10. Gołąbki (golumpki) – cabbage rolls traditionally made with ground meat inside but on Christmas Eve we stuff them with mushrooms and some other stuff I don’t even exactly remember what, we usually buy those at the store.
  11. Kompot – a traditional Eastern European non alcoholic clear juice obtained by cooking fruit, in a large volume of water.
  12. Łazanki z makiem – (picture) I can’t ind an English-language version of this but it’s like dough/pasta with served mixed ground poppyseeds, honey, and raisins. It’s amazing and it’s my mom’s favorite. This is our “dessert” of the dinner and the sweetest item we can eat on Christmas Eve.

Quite the feast for just three of us, huh? Well we obviously don’t eat it all in one sitting. Plus we don’t make a lot of each dish; just enough for us.

So the custom is that we must eat a little bit of each thing. We absolutely have to try every single dish. Once we have all tried the food and we are full and happy, we collectively move on over by the Christmas tree where presents have (magically) appeared! Sometimes we have a Santa Claus come in at this time but since we have no children present we don’t do that part anymore. Then we assign one person (usually, it’s my dad) to give out the presents. We open the presents one by one.

Traditionally, Santa Claus does this or the kids just go to the tree and get their presents. I remember having done it both ways. The one time we had Santa come, he called out the name on each present from the bag and had each of us do something in order to obtain the present, like sing a song or recite a poem we learned in school. It was a fun time but I remember being a little scared of Santa. He was just so big. And he demanded so much, haha, I was a little shy as a child.

photo 1
I must have gotten over the fear by then lol

So then my parents and I made our own tradition after unwrapping presents that consists of us going over to the park in our town because it’s always beautifully decorated with Christmas lights and we take a nice walk, snap some pictures and just enjoy each others’ company. When we return, we drink some tea, play Scrabble, and watch a movie. That’s our own little tradition we came up with since we have not much other family to celebrate with here. So that’s how Polish people celebrate Christmas Eve! Or at least my family does.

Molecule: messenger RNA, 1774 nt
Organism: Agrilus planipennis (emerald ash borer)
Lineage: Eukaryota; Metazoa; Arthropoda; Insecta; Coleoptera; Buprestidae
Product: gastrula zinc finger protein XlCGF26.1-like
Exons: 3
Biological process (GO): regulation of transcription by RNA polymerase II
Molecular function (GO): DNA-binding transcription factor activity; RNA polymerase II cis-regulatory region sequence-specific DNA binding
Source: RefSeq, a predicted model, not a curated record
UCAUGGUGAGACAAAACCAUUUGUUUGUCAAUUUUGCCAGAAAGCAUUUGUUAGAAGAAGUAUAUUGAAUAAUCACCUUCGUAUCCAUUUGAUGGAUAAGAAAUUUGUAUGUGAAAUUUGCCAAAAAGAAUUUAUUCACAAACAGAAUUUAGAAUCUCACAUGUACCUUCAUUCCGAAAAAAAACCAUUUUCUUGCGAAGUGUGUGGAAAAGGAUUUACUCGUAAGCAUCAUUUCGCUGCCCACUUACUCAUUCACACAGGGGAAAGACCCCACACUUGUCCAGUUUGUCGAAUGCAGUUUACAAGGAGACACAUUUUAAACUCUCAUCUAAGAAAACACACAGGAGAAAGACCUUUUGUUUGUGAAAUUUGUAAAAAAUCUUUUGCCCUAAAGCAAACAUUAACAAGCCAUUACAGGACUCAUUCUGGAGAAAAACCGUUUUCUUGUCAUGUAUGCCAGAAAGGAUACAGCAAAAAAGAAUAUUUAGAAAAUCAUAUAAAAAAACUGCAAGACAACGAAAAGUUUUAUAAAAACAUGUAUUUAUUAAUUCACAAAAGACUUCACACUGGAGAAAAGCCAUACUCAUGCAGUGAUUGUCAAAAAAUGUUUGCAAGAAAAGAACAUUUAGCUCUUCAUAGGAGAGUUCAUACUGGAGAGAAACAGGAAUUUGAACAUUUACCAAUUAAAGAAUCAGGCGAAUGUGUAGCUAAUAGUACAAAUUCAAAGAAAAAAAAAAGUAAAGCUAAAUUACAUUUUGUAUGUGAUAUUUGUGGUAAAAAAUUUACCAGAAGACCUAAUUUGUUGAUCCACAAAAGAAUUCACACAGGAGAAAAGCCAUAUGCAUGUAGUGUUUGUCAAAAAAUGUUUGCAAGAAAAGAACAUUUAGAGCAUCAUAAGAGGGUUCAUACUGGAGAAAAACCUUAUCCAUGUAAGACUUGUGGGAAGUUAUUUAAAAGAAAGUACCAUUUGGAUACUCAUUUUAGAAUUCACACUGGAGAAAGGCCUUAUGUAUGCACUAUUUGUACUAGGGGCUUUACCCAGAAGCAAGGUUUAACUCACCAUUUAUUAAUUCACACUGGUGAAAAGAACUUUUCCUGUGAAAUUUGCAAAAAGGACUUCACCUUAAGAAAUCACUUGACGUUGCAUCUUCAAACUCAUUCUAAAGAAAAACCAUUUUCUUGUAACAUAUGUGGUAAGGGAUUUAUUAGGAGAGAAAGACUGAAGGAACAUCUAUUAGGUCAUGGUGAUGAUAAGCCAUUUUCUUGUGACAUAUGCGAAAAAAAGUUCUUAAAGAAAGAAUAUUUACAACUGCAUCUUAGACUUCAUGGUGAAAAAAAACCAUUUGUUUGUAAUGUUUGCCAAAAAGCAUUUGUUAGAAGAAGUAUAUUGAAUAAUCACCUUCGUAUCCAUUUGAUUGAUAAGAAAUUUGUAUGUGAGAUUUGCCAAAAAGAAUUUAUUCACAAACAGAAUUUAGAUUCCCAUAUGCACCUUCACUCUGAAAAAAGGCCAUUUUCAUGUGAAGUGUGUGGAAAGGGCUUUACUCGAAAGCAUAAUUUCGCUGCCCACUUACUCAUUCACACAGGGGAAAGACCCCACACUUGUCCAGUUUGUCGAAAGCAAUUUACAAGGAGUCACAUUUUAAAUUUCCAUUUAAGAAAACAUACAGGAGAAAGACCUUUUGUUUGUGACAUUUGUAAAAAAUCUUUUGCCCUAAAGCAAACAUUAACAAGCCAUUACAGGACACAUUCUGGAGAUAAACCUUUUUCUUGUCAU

The main takeaway from Christmas Eve is:

  • fasting
  • no meat
  • no sweets
  • no alcohol
  • big pescaterian feast
  • presents

Now… how do Polish people celebrate Christmas Day?

Now on Christmas Day, it’s not that big of a deal. Well at least for us personally it isn’t because this is the day that is meant to be spent with more family. Since we don’t have much family in the US, we usually just call up our family in Poland and talk a little bit while eating cakes and other desserts and playing with our presents. It’s a day of relaxation.

photo 3
My aunt, cousin, grandma, mom, and I. I must have been 4 or something. I think I was upset because they wouldn’t let me play some game. So my cousin and I were both mad lol

Can’t forget that the whole two days are spent with a constant soundtrack of Polish Christmas caroles (kolędy).

It’s a jolly and happy time.

So I hope you learned something new about Christmas and how it is celebrated by other cultures.

Check out the full recap of our Christmas Eve aka Wigilia celebration including what do Polish people eat for Christmas and how we celebrate it in general. Food pics are included 😉 Gotta love that food porn!

  • What’s your own tradition that you do during the Holidays?

12 Comments

  1. That sounds delicious! You’re right- Christmas eve is downplayed a bit here, especially when some people still have to work a half day or so. We’re all off, and planning to spend the day together as a family. Merry Christmas!

  2. Wigilia is the best food day of the year! I love the Polish Christmas traditions and we totally luck out by getting to open our present on Christmas Eve, or at least I thought so when I was a kid. Wesolych Swiat! 🙂

  3. Awesome, I love learning about different holiday traditions! We usually have non traditional fried rice on Christmas lol gotta love being Chinese 😉

  4. cleanfoodcreativefitness

    Love learning about all the different family traditions! Merry Christmas Kammie!

  5. What beautiful traditions! I loved reading all about the food sounds like quite the feast 🙂 merry Christmas to you and your family 🙂 love and shine courtstar

  6. One of my closest friends is Polish and I’m embarrassed to admit that I had no idea of Wigilia. It sounds like a beautiful tradition, and I’m glad that your family has kept true to it even though you are no longer in Poland. It’s so easy to fall under the typical Christmasy spell here in America (which sometimes gets verrryyy commercialized), but we found that staying true to our own traditions makes the holiday time just as special! Merry Christmas, Kammie 🙂

  7. Pingback: WIAW: Polish Christmas Eve "Wigilia" 2012! (food porn alert) - Sensual Appeal

  8. This is such a cool post! Growing up in America, I had always been under the impression that Christmas is exactly the same everywhere in the world, but as I’ve gotten older I’ve learned that’s not the case at all. I love hearing about other traditions, and I think it’s awesome that your family sticks with yours even though you’re no longer in Poland.